Having complied with BCI Minimum Production Criteria

bciminimum

Cotton picking in progress

Ahmad Hassan is one of the 35 cotton farmers that form Learning Group (LG) No. 40 from Sindavadar village, Gujarat. Partners in the adoption of poor practices in cotton cultivation; they all held belief systems that, greater inputs culminate in greater outputs. Realizations that such practices were detrimental to the environment and an unnecessary expenditure were either non existent or abysmally low.

Ambiguity with project objectives and benefits which they stood to accrue were part and parcel of their group formation process. Motivated by the local Krishi Mitra they overcame initial reluctances to form LG No. 40 in March 2012.

Overcoming initial glitches, they started regularly attending the trainings on Better Cotton Systems and its Minimum Production Criteria (MPC) being conducted by AFPRO. These MPC provided them with a broad framework, working within which they could produce cotton which was both profitable and environmentally sustainable. Through four trainings, sub criteria related to sowing techniques, integrated nutrient management, crop protection and soil moisture, importance and techniques of marinating fiber quality of their produce was shared with them.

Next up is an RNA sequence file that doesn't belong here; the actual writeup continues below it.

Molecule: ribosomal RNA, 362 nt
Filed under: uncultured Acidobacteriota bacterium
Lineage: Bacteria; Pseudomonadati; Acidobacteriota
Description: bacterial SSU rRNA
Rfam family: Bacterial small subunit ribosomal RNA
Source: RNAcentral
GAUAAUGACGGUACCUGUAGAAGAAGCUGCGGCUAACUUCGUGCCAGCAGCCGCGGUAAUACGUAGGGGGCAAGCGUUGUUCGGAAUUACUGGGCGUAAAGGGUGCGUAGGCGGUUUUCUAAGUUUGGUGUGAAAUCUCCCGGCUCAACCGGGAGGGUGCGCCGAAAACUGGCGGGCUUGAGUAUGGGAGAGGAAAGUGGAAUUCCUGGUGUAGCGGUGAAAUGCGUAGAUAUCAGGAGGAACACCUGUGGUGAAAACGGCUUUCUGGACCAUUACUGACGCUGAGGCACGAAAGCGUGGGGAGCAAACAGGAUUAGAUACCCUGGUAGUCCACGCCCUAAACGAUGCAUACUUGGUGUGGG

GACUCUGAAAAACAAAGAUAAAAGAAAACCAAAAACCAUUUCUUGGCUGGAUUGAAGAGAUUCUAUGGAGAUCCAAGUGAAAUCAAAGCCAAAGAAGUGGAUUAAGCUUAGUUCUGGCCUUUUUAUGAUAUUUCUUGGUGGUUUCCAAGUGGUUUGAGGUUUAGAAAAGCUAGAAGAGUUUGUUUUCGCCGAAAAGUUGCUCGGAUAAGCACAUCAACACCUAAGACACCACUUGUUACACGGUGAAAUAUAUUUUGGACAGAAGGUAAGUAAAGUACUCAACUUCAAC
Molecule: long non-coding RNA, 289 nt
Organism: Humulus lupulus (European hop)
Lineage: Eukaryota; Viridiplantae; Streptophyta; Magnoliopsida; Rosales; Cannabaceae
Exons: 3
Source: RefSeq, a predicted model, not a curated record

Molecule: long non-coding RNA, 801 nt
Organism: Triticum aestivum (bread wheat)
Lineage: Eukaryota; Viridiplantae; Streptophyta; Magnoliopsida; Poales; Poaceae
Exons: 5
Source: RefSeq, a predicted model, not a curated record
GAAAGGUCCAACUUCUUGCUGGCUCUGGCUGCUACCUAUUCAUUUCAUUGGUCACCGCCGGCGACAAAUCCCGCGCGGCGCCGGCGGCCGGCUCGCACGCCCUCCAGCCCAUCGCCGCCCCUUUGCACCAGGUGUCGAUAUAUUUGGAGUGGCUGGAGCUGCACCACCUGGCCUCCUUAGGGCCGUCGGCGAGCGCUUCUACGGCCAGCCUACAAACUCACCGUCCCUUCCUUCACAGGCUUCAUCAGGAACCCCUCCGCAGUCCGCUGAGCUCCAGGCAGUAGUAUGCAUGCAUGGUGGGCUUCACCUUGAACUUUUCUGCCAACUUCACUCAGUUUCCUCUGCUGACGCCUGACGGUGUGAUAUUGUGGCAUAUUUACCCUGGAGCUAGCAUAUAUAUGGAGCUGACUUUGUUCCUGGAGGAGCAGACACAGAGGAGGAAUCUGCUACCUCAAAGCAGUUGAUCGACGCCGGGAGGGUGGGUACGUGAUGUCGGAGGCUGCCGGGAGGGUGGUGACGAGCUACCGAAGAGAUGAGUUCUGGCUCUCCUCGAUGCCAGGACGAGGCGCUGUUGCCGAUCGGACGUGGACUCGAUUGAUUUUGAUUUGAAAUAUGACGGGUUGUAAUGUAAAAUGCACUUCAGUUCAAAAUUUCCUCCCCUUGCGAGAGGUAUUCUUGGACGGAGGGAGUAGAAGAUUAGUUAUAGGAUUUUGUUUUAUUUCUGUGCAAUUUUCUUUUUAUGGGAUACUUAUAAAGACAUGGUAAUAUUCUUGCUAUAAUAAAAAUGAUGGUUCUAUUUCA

Having understood the power of a group, they all prefer taking decisions on selection of seeds; and application of fertilizers and pesticides together. Not only have they started jointly purchasing inputs but have also started sharing their problems and benefits of new practices adopted in their fields. There choice and procedures of pesticide application have changed, with an increase in quantity of organic fertilizers and micro nutrients. Adoptions of drip irrigation; and alternate row irrigation among those who cannot afford the expenses of drips have also been taken up as water saving practices.

Outshining other LGs, LG No. 40 has received the coveted BCI License. There cotton is not only certified to having been produced using sustainable practices ‘Better Cotton’; but also giving them leverage to access BCI registered Ginners. For the first time they had Ginners visiting their fields for purchase of cotton. Encashing this privilege they been able significantly reduce transportation and storage costs. They now like to sell their cotton in groups as it is beneficial for them in getting optimum price.

 “Land is important, productivity is managed by farmer, grouping of farmer is good for sharing, environment is important aspect, Systematic farming like Better Cotton System with optimum use of resources take farmer towards approach of sustainability”

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